wedding reception

Whether it’s after traditional marriage rites or an unconventional nuptial ceremony, the wedding reception program will determine the turn of events for one of the happiest days of your life. After the religious or civil customs are done, the celebration can follow a less formalbut still organizedflow to ensure the guests can party but still be cued into the important moments for the bride and groom. Planning this itinerary is a great way to manage everyone’s expectations. Here, you’ll find that we’ve dissected the three parts of the wedding program flow to pay attention to and write a script around.

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Pre-program: Welcoming remarks, snacks, and the newlyweds' entrance

1. Greeting the guests

What should happen: A warm welcome and a quick downtime for your guests, plus a teaser of what's to come

What guests expect: Snacks and music

What to say: “Welcome to the wedding party of [Bride] and [Groom]. While waiting for the newlyweds, feel free to partake of the cocktails and refreshments.  [Brunch/Lunch/Dinner] will be served at [time].”

Guests usually arrive at the venue before the bride and groom. Have your assigned wedding coordinator for the day offer drinks and snacks. A few activities for entertainment would be a nice plus—if you have extra budget, a photo booth is a good way for your guests to kill time. 

The host can start with a few welcoming remarks at this point of the event or, if there’s a band, they can be given a short script to announce in between songs. This can also be a good opportunity to remind everyone of the wedding hashtag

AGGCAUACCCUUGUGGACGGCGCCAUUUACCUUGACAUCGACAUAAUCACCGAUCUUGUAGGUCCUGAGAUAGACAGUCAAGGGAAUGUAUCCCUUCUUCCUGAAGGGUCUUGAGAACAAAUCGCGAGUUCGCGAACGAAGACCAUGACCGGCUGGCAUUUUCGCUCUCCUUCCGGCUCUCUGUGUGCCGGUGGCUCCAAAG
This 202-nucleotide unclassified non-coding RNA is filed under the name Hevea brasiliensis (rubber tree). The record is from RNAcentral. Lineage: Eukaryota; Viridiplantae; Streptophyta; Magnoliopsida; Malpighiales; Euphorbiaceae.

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FN Tip: No matter how simple or how extravagant your wedding is, what's important is to manage your guests' expectations. A printed wedding program can be distributed or propped at cocktail tables to inform them of what's going to happen during the reception program. Having the host announce what's next in the agenda every few minutes or so can also keep everyone interested and excited.

2. Entrance of the newlyweds

What should happen: Your entourage's entrance, and your first presentation as a married couple

What guests expect: A fun and interesting entrance that won't take too long

What to say: “Ladies and gentlemen, please direct your attention to the [area where you're coming in] as we welcome Mr. & Mrs. [Newyleds].”

This is the start of the party. You and your new hubby may launch into your first dance at this time, though you can make a light-hearted show out of your entrance if you want. You may also opt to have your entourage give out sparklers, or even bubbles to the children among the guests, for a picturesque introduction to the event. After the entrance, the maid of honor and/or the best man can call for a toast, after which all your guests can settle down for their meals. 

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Program: Meals, ceremonial activities, and speeches

What should happen: A good hour or so for eating punctuated by the reception program

What guests expect: To enjoy the food in a timely manner and to listen to speeches from about two to four key people, plus the viewing of wedding video/s